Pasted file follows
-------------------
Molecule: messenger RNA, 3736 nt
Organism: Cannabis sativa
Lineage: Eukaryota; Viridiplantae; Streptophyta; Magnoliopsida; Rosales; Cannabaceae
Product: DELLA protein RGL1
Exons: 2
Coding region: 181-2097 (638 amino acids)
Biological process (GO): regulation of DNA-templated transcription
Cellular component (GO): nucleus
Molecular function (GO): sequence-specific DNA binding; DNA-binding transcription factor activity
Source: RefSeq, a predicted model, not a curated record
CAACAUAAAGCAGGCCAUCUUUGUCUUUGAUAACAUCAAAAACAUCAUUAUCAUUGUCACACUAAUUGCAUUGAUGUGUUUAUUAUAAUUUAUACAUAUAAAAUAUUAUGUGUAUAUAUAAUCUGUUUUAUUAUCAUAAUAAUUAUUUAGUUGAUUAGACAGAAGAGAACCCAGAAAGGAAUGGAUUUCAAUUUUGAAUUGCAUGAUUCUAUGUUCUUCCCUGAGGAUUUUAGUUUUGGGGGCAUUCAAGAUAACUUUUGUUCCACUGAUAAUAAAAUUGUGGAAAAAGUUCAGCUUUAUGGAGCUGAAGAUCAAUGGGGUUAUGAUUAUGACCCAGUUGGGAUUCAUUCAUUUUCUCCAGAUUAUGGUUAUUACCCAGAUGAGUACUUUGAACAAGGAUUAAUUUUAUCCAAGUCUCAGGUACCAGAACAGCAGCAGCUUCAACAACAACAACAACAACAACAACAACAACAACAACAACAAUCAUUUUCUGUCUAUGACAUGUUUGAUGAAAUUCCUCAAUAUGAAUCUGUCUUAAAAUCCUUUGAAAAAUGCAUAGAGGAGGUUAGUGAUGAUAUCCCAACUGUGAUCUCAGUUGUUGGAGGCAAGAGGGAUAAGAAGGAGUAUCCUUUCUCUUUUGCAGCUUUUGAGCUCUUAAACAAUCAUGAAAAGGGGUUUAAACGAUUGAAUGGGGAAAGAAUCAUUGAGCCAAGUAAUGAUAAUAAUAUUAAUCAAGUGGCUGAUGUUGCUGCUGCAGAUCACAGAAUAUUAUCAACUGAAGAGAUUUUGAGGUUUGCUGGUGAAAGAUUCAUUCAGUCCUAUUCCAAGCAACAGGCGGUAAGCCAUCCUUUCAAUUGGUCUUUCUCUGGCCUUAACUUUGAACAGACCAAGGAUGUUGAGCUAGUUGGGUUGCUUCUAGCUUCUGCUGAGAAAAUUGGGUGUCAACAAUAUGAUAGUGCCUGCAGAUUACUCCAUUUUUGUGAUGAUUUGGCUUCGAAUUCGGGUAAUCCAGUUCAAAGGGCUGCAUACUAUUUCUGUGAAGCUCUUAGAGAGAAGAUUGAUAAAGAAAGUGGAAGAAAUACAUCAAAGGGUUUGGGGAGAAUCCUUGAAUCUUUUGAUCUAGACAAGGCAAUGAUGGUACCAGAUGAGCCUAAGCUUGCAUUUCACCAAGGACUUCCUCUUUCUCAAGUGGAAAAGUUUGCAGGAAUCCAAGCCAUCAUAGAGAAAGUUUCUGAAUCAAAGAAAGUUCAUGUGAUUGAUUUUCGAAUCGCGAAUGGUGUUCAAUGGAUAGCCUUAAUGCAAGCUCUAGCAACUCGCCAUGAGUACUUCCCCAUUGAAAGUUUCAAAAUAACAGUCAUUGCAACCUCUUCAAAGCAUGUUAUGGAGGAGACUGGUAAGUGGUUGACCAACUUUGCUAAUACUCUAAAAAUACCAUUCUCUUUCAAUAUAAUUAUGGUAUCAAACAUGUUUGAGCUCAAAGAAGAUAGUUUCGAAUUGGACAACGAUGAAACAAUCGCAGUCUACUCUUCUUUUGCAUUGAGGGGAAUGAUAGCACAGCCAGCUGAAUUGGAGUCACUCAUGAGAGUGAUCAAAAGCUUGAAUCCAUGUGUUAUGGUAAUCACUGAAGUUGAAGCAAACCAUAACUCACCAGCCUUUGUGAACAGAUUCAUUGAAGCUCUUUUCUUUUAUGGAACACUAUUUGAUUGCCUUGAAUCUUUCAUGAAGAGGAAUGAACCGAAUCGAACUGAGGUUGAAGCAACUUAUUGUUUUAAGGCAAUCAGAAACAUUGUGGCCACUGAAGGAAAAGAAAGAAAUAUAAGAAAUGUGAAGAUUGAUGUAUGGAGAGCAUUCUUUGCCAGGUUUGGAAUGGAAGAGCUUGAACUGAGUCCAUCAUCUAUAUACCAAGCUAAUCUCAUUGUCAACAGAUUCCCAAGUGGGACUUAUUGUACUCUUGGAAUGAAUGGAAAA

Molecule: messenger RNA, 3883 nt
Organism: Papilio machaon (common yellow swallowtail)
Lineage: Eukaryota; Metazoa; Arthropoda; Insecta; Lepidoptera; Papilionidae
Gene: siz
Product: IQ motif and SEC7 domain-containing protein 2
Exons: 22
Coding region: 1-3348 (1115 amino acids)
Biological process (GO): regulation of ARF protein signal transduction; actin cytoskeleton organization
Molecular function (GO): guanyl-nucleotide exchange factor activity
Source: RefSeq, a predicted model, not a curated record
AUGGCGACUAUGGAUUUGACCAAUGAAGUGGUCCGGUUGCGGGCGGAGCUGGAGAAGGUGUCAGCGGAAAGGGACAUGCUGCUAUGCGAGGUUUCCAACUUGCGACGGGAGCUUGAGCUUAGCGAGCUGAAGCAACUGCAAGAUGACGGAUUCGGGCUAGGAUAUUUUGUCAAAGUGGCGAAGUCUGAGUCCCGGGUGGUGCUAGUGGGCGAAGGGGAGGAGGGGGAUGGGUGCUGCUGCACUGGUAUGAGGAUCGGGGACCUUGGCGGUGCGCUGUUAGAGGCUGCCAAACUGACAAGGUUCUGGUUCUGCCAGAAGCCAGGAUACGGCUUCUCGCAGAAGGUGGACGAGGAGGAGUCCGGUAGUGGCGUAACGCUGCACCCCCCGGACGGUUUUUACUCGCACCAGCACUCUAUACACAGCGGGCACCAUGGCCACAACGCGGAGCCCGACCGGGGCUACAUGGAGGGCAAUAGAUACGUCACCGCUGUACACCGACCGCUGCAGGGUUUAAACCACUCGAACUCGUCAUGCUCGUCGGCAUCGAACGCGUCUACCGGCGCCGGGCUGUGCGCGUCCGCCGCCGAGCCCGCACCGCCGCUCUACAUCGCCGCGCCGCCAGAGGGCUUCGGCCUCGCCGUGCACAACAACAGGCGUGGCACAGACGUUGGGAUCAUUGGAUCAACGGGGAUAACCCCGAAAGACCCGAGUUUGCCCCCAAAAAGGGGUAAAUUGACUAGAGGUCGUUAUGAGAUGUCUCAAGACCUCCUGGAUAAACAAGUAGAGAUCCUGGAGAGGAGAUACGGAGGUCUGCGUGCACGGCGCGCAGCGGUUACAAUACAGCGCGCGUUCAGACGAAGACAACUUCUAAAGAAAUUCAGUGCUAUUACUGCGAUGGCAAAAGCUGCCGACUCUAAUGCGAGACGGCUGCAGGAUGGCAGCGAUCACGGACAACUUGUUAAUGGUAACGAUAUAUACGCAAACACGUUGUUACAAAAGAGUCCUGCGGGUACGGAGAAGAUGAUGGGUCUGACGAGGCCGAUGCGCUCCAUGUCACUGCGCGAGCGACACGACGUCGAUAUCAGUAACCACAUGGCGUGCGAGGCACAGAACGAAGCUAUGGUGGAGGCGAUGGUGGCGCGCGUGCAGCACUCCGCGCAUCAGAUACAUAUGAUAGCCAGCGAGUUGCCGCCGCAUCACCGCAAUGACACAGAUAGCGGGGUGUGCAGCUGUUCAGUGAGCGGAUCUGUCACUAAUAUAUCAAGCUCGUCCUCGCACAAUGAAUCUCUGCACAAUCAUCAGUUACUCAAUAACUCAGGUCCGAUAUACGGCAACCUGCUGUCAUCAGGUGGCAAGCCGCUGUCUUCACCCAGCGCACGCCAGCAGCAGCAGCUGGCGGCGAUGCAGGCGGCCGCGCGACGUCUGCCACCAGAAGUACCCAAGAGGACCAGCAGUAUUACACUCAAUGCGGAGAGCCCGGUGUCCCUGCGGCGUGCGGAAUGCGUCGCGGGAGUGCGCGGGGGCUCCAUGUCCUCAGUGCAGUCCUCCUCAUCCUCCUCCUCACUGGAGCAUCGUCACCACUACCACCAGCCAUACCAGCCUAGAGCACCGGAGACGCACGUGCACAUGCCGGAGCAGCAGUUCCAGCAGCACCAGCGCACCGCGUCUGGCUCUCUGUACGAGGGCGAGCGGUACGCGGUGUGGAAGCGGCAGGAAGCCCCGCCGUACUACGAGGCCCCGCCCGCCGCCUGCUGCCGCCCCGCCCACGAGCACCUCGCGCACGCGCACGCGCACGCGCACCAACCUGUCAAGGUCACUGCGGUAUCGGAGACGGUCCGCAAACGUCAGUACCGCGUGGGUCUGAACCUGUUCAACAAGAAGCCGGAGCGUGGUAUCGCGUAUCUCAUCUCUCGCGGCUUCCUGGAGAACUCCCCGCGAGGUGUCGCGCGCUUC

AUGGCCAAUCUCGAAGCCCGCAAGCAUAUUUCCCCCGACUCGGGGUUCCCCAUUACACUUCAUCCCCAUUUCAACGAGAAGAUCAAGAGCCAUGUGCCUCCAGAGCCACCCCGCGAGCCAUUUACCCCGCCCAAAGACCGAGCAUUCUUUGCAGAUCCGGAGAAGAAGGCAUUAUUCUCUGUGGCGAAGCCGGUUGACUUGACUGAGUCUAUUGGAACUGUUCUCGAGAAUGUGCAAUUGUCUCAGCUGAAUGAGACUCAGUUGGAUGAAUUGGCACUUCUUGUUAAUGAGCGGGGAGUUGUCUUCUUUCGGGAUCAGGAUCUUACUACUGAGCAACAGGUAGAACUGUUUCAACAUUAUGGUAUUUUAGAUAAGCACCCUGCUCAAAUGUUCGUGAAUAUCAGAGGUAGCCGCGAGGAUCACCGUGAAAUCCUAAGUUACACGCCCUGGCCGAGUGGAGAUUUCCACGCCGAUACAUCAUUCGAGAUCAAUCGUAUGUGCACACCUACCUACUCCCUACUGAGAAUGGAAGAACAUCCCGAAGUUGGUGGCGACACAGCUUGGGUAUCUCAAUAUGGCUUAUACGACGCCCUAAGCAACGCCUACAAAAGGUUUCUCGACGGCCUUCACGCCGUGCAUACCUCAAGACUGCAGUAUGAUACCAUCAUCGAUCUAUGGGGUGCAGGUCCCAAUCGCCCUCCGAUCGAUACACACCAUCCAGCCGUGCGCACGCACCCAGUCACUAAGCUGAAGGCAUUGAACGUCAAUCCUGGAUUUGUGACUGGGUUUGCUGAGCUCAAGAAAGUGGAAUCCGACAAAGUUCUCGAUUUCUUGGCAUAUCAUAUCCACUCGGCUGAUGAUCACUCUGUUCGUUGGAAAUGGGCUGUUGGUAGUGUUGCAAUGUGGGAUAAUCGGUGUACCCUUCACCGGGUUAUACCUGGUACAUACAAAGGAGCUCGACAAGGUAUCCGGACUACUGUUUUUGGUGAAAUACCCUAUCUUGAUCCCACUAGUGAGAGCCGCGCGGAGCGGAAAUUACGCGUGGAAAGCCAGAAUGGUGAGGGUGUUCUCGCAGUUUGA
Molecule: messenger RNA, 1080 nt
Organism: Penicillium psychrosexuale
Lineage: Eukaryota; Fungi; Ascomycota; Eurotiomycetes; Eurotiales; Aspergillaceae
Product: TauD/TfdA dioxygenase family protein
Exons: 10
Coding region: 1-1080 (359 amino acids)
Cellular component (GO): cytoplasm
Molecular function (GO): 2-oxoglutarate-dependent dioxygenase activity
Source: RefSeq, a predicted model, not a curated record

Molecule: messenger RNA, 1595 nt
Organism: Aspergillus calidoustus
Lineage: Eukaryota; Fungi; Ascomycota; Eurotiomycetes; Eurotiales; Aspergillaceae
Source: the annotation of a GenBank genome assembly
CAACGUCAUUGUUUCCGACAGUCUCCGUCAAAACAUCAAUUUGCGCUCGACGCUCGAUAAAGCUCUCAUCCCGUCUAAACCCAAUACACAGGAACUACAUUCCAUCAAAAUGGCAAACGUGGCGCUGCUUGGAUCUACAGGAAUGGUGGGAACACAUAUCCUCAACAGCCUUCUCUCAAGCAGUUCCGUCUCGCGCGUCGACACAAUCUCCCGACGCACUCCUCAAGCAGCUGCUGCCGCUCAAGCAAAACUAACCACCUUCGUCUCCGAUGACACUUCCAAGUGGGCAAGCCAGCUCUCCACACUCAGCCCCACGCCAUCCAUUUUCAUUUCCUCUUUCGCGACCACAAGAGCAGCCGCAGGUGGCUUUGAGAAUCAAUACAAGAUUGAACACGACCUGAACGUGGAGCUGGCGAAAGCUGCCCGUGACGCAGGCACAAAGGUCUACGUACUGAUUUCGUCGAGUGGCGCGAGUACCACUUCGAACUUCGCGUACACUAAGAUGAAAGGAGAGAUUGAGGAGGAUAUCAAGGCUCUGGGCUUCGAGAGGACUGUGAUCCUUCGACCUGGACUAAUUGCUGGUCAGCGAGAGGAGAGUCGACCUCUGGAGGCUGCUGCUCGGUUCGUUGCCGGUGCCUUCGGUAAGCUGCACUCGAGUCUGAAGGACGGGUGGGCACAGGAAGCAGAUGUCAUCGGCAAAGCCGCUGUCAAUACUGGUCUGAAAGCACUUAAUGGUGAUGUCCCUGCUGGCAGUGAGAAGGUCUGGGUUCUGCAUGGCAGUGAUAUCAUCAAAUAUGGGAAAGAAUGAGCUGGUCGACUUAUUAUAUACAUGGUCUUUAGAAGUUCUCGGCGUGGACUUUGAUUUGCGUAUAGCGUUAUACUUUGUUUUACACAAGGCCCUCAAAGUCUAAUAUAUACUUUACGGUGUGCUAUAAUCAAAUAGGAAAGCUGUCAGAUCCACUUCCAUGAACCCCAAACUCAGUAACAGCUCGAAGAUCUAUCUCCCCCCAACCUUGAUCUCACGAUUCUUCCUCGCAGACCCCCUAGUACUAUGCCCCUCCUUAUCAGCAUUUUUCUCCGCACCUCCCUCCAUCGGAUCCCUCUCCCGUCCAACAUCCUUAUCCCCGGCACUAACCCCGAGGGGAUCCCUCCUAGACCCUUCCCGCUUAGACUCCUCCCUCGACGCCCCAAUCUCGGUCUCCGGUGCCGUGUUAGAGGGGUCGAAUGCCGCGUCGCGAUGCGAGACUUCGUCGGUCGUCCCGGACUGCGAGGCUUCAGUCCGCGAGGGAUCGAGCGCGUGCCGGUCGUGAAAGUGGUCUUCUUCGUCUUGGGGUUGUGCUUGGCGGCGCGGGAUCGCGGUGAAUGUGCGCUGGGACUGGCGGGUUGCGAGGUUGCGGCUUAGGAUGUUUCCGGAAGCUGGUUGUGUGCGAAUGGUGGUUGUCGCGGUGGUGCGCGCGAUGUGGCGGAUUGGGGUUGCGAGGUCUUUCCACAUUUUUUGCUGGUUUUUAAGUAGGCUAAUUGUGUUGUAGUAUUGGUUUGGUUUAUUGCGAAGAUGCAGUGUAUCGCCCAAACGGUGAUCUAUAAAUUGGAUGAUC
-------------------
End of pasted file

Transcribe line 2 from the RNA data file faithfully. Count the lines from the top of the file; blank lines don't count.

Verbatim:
Organism: Cannabis sativa